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“Informative and important work”

Angkor Centre for Conservation of Biodiversity
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US$440.00*
and up
3-Day Siem Reap Tour: Angkor Wat, Ta Prohm, Bayon...
Ranked #22 of 194 things to do in Siem Reap
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Attraction details
Fee: Yes
Recommended length of visit: 1-2 hours
Owner description: The Angkor Centre for Conservation of Biodiversity (ACCB) is the first nature conservation centre in Cambodia. The ACCB contributes to the conservation of wildlife and biodiversity in Cambodia through wildlife rescue, rehabilitation, release, breeding, environmental education and conservation research. Join us for a guided tour of the rescue centre at 9:00 am or 1:00 pm. This is the only way to visit the ACCB as we are normally closed to the public. Tour lasts about 2 hours and requires a minimum donation of $3 USD. Please arrive on time for the tours. Late-comers cannot be accommodated.
Reviewed 4 December 2013

The ACCB gives free tours (voluntary donation at the end if you want) at 1pm Mon-Sat, by both local and international staff. Aside from the tour, you can't enter the grounds, as it's more of a wildlife rescue and sanctuary facility than a zoo. They have birds of prey, water birds (including the only captive M/F pair of greater adjutants in the world I think, and lots of Lesser Adjutants) and green peafowl. They have gibbons and a family of silver langurs in free-range paddocks filled with trees surrounded by tall electric fences. There is a captive breeding colony of endangered Elongated Tortoises, different kinds of freshwater turtles and water snakes typical of the Tonle Sap lake, slow lorises, mavaques, big monitor lizards and a Malayan palm civet. When we visited they had two leopard cat kittens. There is also a pangolin facility but as they're nocturnal they're always hiding when tourists come. The guides are very knowledgeable and explain about each species' life history and conservation status. Great to have some direct information about their wildlife conservation work.

3  Thank Louise_in_Cambodia
This review is the subjective opinion of a TripAdvisor member and not of TripAdvisor LLC
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177 - 181 of 257 reviews

Reviewed 1 December 2013

We spent 2 hours walking around ACCB with Dan, our guide and getting to know the birds, turtles and mammals residents. Through Dan's informative stories, we learnt how those birds and animals would be rehabilitated and released if possible. those who cannot, for various reasons, were kept as breeding stock to replenish wild populations. There were also sad stories like the Giant Ibis, the only specimen in captivity, but only because it was brain damaged and could not register the environment that well. Giant Ibis are generally too nervous to be captured. The cruel and illegal wildlife trade in Slow Loris were shocking. We particularly appreciate the large natural open enclosure that house the female gibbons. The lesser Adjutant stocks appear to be breeding and nesting. Keep up the good work ACCB!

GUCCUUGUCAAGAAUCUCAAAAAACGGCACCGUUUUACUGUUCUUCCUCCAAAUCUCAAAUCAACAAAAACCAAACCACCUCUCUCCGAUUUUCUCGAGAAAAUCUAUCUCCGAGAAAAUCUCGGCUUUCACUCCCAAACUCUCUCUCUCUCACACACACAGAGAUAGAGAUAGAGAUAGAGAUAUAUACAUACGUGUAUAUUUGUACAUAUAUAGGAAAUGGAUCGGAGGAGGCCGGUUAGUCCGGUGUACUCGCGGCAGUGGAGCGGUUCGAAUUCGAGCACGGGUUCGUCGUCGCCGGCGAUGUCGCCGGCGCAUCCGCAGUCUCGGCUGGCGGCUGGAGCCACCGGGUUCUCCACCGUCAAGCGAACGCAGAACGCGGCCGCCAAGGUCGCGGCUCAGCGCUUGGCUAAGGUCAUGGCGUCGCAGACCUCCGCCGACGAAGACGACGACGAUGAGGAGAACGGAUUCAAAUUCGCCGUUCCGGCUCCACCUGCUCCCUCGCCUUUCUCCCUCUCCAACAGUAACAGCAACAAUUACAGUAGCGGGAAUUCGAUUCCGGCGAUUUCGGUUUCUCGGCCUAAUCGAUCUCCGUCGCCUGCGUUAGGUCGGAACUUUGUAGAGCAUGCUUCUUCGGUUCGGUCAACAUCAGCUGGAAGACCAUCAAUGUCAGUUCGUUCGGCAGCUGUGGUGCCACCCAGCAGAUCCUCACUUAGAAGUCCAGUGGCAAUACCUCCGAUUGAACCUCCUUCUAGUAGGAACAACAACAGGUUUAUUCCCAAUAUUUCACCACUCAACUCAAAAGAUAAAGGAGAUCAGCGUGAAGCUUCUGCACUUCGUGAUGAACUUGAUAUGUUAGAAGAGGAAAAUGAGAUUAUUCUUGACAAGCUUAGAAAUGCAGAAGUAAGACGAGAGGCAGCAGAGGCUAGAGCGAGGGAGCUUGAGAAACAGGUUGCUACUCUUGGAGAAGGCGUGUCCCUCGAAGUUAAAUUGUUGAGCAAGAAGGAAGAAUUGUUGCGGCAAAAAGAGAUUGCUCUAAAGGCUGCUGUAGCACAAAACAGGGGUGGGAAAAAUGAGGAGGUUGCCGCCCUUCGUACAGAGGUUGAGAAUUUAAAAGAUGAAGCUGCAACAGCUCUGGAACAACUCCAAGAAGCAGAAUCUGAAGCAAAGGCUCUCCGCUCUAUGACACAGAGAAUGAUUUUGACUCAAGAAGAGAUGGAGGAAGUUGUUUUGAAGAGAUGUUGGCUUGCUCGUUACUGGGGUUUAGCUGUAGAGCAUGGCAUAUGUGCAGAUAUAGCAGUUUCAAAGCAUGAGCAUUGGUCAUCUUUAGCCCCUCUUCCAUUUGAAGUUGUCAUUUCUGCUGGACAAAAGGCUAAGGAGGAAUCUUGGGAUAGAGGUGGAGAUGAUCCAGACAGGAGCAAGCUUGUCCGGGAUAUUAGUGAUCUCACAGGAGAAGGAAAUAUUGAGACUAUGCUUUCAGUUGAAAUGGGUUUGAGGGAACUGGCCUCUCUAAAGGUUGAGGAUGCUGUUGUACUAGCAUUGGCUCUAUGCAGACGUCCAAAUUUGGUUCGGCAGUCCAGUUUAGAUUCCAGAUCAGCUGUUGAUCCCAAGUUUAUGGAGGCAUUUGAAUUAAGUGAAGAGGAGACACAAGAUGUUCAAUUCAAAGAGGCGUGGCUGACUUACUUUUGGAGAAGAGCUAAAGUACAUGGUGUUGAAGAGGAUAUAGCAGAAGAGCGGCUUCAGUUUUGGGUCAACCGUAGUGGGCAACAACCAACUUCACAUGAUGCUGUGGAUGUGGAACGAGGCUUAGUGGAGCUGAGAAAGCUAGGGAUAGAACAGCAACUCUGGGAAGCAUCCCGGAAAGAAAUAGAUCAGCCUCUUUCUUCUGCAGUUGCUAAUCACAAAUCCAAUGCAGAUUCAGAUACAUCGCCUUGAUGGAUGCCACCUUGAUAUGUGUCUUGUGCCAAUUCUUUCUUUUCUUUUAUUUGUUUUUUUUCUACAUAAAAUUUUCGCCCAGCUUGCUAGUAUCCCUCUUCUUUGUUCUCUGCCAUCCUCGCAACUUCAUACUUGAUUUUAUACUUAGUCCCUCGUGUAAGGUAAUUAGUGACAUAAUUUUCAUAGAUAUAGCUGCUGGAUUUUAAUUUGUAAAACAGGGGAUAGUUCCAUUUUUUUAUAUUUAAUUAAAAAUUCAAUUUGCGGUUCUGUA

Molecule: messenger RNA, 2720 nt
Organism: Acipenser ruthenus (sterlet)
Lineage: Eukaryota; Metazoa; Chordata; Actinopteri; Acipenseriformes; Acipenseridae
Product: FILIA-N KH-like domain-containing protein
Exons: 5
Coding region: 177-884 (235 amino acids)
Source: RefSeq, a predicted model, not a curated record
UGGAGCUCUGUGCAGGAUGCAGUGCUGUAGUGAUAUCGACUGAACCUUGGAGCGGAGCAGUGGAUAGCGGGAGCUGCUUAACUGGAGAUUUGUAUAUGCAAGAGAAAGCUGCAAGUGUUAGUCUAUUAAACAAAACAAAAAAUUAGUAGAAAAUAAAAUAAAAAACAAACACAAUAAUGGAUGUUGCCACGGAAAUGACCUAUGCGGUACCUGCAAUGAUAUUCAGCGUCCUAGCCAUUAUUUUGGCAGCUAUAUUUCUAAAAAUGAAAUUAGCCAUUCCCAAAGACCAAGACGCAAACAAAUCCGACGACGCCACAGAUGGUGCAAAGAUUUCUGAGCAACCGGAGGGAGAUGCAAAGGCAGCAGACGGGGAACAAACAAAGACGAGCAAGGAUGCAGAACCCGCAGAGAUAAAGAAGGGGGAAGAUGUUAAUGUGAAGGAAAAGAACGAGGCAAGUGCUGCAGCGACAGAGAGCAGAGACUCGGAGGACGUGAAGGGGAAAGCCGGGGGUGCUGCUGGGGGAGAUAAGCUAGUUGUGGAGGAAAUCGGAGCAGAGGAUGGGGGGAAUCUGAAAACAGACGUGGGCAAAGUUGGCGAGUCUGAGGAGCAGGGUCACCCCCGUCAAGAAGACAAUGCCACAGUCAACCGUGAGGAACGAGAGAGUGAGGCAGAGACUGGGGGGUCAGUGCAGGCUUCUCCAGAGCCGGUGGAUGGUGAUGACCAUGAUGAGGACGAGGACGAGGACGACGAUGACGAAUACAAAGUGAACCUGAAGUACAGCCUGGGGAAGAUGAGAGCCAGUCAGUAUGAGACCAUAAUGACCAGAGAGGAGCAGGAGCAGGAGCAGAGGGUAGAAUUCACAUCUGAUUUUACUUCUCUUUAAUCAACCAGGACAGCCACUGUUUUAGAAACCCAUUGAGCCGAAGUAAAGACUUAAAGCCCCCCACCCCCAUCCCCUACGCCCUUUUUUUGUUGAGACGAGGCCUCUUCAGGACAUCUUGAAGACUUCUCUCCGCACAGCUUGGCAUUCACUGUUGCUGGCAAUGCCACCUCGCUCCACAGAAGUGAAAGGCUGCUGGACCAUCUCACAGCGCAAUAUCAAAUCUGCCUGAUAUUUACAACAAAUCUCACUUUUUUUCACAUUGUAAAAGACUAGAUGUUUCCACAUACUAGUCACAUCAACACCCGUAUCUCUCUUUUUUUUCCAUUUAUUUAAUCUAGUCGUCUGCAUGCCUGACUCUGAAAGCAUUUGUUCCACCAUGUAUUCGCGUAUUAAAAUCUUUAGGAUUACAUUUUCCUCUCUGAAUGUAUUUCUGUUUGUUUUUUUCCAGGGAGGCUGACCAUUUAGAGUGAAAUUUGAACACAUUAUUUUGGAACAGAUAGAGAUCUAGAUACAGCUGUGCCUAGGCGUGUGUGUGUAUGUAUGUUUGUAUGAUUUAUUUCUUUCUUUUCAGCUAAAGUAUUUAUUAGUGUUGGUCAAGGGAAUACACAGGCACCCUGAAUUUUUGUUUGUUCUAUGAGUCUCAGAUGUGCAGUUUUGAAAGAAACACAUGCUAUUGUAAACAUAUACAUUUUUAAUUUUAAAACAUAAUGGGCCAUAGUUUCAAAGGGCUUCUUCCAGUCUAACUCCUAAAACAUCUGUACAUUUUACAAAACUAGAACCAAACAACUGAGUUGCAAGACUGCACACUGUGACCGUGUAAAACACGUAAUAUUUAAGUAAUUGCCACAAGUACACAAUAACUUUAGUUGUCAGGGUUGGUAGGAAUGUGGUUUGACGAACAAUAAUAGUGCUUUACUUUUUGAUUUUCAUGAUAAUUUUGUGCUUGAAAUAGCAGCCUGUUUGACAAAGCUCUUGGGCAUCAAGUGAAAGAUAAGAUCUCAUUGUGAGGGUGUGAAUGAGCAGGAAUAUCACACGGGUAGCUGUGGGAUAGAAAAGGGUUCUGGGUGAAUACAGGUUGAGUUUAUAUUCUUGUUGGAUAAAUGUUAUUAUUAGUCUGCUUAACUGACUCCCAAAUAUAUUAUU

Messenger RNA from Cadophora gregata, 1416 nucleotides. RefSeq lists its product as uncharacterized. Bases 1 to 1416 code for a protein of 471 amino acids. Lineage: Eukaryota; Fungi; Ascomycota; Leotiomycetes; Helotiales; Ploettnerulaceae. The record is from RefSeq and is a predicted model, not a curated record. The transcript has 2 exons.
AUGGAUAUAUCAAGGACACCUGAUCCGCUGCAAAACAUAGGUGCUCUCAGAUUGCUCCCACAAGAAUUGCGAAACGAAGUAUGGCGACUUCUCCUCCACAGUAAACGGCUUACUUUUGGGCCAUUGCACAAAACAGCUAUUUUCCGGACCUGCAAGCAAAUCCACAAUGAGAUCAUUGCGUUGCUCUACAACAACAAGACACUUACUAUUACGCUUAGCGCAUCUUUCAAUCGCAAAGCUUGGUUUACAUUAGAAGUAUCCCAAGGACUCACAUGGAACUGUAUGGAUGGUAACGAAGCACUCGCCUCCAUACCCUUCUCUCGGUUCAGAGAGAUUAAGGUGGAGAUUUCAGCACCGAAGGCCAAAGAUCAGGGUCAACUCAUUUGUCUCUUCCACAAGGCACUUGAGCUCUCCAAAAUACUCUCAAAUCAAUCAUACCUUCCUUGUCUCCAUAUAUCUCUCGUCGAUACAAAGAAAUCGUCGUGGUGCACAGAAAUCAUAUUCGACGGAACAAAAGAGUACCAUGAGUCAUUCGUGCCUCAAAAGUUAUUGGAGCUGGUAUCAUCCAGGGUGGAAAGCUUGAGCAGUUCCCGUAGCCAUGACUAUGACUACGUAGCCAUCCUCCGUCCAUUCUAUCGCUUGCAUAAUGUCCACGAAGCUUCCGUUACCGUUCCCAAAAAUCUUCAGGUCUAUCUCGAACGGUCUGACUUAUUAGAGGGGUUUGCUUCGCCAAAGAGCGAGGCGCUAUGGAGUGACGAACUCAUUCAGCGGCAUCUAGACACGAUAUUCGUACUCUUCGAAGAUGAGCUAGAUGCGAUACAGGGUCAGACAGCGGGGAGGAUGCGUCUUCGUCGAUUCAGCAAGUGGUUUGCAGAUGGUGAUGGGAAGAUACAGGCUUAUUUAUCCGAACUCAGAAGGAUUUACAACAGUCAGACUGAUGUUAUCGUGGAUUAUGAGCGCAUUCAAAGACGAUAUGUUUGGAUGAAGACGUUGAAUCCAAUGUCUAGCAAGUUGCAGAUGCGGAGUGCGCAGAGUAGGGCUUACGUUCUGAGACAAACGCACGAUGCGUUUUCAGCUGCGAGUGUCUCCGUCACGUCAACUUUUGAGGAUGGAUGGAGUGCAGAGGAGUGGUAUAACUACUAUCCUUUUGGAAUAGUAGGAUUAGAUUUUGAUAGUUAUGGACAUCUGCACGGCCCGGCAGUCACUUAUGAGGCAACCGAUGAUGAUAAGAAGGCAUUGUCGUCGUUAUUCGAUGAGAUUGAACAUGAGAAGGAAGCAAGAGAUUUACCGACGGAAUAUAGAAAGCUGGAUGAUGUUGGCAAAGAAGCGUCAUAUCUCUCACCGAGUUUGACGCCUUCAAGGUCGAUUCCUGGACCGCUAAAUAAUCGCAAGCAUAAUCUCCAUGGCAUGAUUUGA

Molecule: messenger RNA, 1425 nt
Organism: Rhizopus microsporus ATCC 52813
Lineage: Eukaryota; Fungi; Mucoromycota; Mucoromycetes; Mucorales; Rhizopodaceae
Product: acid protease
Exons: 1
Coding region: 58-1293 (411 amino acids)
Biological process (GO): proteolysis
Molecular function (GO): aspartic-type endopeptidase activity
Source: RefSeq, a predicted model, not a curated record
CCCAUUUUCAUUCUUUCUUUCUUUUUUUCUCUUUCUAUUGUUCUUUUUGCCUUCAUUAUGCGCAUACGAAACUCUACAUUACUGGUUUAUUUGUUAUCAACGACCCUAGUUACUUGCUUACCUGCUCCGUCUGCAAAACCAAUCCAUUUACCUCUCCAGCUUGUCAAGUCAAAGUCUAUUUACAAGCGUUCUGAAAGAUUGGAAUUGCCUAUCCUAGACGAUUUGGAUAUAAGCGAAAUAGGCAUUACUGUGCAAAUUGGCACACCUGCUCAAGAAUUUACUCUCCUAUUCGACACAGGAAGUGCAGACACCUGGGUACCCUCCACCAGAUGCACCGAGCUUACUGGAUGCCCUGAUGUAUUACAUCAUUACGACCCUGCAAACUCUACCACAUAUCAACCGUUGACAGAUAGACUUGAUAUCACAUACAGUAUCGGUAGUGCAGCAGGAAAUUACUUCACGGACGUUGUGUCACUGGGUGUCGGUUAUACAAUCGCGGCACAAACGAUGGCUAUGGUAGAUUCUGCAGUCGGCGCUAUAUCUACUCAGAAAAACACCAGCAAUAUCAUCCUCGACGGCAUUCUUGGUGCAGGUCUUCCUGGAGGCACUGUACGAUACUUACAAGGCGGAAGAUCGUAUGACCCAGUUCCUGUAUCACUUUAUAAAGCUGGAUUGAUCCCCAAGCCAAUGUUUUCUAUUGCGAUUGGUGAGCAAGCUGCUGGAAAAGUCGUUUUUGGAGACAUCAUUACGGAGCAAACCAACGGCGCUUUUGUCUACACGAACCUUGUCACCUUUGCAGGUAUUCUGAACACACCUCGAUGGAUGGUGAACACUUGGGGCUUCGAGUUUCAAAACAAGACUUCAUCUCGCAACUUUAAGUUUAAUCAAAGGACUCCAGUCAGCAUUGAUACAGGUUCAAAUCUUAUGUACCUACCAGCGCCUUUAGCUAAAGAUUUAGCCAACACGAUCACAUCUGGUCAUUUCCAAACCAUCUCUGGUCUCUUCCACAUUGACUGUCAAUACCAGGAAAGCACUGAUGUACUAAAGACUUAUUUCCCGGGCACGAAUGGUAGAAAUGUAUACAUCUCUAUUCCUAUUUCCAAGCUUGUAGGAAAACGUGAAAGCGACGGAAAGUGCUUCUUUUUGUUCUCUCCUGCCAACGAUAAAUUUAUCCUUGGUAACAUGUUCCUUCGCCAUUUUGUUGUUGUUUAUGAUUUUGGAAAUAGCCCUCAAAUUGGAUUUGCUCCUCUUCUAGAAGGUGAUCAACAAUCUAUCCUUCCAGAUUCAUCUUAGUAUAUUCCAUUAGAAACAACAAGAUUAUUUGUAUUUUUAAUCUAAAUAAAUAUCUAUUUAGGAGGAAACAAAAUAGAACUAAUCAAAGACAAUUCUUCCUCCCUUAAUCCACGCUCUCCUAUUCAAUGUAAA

1  Thank Alvin W
This review is the subjective opinion of a TripAdvisor member and not of TripAdvisor LLC
Reviewed 21 November 2013 via mobile

Great organization snuggled in at a base of Kebal Spean Mountain about 45 minutes from Siem Reap. Will see Gibbons / Birds and lots of endangered wildlife. Don't forget the hike to the waterfall next to it which is separate . Bring comfortable shoes for this as it's not a easy 1100 meters up to the waterfall.

Thank Wahoo1000
This review is the subjective opinion of a TripAdvisor member and not of TripAdvisor LLC
Reviewed 16 November 2013 via mobile

This centre is a great place to visit and they are doing some really valuable work for conservation in the area. Our guide was really well informed and spoke great English. The tour was hugely interesting and educational.
Unlike a zoo, it is very obvious that the priority of the centre is the care and conservation of the animal species and not to entertain tourists. Even so, we were able to see a huge array of exotic species, some critically endangered, in the knowledge that the resident animals only remain in captivity because previous injury or acclimatisation to humans has made them unfit to survive in the wild. Enclosures are a decent size and every effort is made to enrich them.
The animals at the sanctuary, where possible, are either rehabilitated and released or bred and their offspring released into the wild at safe sites within the local national park.
I was so impressed with the work these guys are doing - such a good project and an amazing visit! Definitely worth the trip out from Siem Reap.

Thank Claire D
This review is the subjective opinion of a TripAdvisor member and not of TripAdvisor LLC
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Reviewed 7 November 2013

Learned about animals I never knew existed. A great place with volunteers from around the world doing great work with rescued native animals from border control, markets and pets. Breeding and release programs. Some funding from the Russians. Donations gratefully accepted.

Thank Lynda S
This review is the subjective opinion of a TripAdvisor member and not of TripAdvisor LLC

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